The muscles in my arms and hands are taxed holding the bow and cello, elbows pointed outward, the concentration of balancing and holding a bow against the strings, all the notes are in the bass clef (which I don’t read as easily as the treble clef), and fingering down the neck of the cello is going up in sound not down like on a piano (which I am accustomed to) and where to put your left hand fingers on the neck, there are no fret marks (like my guitar) and a fraction off either way is the wrong note … drawing the bow across the string with just the right pressure, keep the bow at the proper angle in both relation to the the strings AND the bow hairs on the string need to be at a certain angle … by the time I have done all this, my right hand that is holding the bow is cramping and I am being told by my teacher to hold the bow loosely, don’t grip AND to relax my shoulders.

I haven’t even played a note yet.

This doesn’t include carrying my music books and cello into the music shop. I sit with 6 kids waiting for their lesson.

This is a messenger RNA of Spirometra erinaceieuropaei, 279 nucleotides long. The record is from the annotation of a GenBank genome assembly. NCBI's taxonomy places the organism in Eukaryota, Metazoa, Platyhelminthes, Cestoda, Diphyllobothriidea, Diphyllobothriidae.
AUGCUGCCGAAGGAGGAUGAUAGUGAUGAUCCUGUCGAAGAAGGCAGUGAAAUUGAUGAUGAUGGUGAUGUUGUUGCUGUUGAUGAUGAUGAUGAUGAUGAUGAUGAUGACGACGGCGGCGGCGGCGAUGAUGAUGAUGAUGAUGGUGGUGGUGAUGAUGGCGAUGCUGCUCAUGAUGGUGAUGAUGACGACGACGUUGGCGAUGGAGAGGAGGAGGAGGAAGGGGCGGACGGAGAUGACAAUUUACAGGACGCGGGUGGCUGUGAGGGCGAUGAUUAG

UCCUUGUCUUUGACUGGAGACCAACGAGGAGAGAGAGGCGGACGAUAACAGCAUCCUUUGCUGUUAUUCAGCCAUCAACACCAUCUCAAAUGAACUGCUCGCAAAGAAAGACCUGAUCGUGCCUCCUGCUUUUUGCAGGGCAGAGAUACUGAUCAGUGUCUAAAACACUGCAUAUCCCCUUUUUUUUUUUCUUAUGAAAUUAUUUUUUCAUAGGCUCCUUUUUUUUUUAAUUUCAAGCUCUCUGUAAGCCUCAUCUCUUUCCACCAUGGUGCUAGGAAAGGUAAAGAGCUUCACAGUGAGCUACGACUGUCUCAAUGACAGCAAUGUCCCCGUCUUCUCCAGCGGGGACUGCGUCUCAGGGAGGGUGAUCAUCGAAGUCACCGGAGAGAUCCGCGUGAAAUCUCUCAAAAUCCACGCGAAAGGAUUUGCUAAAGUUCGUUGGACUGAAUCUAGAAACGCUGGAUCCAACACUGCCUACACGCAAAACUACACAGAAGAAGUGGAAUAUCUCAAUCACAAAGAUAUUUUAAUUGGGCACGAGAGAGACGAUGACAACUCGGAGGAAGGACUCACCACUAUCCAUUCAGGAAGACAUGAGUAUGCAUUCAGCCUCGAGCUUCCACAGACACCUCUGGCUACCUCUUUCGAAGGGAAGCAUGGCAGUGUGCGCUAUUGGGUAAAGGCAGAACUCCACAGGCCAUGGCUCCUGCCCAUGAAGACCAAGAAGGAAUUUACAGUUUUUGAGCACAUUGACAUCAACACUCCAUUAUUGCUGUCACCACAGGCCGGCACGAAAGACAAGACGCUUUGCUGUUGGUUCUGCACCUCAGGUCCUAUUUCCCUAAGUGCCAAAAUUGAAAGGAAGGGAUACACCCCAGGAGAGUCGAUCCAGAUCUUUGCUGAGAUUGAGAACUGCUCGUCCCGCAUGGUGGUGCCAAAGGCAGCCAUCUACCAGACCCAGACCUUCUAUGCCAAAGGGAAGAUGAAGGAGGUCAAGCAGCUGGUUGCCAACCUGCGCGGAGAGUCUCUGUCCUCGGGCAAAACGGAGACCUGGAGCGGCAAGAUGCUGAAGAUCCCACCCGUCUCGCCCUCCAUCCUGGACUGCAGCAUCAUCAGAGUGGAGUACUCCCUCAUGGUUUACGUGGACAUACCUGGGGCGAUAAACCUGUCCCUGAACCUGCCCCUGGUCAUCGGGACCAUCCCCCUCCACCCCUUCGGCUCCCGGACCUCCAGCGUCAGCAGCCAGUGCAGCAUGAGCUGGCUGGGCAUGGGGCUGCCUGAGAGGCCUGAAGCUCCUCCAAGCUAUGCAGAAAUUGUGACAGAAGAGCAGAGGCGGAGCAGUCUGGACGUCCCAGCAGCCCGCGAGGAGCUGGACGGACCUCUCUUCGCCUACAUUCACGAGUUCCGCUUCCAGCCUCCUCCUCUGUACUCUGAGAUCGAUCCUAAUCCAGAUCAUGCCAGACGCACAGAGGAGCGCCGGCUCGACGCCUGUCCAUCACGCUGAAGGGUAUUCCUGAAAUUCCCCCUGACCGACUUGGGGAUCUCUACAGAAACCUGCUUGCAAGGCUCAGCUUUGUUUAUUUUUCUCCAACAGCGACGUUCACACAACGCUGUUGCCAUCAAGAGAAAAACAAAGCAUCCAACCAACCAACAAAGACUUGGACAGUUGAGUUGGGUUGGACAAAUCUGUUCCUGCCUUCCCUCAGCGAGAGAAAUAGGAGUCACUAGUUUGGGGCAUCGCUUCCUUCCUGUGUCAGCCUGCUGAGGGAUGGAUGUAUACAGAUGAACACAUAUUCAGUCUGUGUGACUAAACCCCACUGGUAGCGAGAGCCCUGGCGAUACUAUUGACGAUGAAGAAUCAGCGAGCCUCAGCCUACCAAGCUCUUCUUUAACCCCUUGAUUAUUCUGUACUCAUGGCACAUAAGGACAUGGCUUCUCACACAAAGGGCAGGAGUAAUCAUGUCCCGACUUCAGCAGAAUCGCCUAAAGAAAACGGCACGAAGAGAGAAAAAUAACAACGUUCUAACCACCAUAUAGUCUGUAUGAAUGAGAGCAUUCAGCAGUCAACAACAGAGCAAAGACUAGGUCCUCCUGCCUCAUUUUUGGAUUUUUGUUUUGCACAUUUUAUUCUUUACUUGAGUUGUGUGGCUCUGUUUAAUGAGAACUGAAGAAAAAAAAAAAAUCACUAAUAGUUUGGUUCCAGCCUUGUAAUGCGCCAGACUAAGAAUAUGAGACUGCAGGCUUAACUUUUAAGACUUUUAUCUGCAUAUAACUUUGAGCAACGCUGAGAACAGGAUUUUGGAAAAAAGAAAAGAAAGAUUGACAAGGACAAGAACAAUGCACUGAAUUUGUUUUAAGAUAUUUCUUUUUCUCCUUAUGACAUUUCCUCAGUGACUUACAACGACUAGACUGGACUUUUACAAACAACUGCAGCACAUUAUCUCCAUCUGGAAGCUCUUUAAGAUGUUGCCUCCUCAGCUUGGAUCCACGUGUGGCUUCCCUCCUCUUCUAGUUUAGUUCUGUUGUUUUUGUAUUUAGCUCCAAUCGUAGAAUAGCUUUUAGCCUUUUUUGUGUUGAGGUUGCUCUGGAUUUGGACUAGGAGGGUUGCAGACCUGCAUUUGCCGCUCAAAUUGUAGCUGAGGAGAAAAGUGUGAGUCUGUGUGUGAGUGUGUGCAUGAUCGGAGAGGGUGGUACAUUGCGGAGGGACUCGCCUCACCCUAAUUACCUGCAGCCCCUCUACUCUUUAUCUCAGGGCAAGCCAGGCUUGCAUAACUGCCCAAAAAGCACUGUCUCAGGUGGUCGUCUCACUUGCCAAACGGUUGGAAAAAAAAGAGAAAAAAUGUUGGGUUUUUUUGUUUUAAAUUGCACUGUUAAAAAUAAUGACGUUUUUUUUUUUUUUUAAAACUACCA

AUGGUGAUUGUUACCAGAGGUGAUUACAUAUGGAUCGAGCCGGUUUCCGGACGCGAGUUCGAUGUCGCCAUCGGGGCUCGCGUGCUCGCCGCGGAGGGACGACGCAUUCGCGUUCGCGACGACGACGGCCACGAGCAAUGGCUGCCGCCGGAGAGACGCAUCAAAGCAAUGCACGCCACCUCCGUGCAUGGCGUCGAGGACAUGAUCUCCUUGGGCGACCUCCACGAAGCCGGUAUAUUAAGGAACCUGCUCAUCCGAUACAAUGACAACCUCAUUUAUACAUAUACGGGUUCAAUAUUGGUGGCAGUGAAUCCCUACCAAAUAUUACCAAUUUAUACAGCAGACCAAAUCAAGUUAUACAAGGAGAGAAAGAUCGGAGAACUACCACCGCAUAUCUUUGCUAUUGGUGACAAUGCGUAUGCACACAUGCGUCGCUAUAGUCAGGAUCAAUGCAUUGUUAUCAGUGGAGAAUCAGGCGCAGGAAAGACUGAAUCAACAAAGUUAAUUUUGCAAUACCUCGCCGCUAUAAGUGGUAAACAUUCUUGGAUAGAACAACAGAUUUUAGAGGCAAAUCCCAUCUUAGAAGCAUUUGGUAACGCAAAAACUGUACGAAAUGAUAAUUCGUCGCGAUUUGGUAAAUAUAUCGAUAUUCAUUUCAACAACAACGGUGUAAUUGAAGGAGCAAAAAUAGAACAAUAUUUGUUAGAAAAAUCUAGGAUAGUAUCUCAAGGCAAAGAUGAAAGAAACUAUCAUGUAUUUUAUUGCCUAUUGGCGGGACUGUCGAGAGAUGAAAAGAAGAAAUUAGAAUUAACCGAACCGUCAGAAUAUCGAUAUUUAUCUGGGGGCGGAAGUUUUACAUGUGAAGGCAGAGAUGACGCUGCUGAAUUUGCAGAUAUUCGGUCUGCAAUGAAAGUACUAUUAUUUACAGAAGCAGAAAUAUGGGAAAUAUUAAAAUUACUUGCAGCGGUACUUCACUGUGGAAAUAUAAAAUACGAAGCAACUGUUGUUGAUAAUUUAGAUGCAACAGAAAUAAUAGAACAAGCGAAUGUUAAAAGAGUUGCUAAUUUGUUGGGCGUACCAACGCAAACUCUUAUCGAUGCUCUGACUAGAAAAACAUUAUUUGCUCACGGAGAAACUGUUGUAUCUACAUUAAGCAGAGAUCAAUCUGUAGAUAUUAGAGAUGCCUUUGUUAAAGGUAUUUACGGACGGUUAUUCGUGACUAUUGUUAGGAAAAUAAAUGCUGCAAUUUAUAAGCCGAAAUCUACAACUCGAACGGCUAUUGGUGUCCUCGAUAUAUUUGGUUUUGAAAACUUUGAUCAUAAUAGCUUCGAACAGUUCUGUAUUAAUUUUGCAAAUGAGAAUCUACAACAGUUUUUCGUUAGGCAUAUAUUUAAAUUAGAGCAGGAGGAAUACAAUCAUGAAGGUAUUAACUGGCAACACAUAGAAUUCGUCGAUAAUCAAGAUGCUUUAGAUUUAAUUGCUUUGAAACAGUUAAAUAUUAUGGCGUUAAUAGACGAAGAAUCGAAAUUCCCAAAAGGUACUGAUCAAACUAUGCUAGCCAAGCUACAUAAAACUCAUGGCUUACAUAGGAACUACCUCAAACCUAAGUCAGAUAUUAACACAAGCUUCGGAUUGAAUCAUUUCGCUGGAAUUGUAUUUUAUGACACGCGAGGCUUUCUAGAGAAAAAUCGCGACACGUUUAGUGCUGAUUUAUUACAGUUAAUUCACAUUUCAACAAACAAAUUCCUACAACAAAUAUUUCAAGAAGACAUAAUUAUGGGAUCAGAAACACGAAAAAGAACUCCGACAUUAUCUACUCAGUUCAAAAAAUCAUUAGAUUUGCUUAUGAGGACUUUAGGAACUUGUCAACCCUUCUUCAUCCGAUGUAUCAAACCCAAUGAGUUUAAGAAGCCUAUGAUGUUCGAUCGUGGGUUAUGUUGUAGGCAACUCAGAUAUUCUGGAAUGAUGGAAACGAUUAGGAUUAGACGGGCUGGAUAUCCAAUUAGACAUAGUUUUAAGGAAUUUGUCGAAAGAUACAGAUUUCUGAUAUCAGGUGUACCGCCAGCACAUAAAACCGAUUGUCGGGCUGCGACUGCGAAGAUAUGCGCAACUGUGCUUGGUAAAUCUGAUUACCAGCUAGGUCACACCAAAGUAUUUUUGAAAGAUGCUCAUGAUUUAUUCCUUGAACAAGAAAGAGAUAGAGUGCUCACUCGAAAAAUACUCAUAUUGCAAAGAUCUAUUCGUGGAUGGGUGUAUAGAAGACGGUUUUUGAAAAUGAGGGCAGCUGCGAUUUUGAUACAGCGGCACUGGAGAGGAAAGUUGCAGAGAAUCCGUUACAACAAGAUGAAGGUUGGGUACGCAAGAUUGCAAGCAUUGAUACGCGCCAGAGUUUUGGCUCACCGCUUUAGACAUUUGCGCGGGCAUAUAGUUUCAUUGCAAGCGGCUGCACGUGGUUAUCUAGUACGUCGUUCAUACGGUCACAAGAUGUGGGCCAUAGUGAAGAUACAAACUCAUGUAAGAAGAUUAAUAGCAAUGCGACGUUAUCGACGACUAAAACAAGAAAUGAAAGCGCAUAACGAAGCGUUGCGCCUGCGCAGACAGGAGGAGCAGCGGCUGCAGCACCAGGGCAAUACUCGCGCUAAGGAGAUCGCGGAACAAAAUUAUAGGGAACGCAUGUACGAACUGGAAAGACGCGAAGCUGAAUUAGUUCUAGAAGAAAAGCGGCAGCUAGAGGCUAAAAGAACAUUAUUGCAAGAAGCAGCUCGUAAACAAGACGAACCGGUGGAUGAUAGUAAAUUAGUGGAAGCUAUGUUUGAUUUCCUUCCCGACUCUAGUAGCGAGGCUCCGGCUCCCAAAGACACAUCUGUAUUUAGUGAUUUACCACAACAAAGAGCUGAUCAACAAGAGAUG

I am 58 and I feel like an 8 year old.

Yes, this is an outer experience and the outer growth would be me playing beautiful music on my cello. For inner growth, I thought it would be ‘learning cello filled new gaps in my life.’

But the inner growth was ouchingly more. I had to recognize that I am set in my ways. I protect who I have become and I really don’t like not knowing how to do something – especially in front of someone. I struggle with the critical voice in me that is telling me I look and sound – clumsy and stupid.

Being conscious of the struggle, I can shed old preconceptions (mask) of who or what I should be at ‘my age’ and to dismiss a kind of confidence that cuts me off from learning. This is where I pass the ‘test.’ It’s not about playing cello.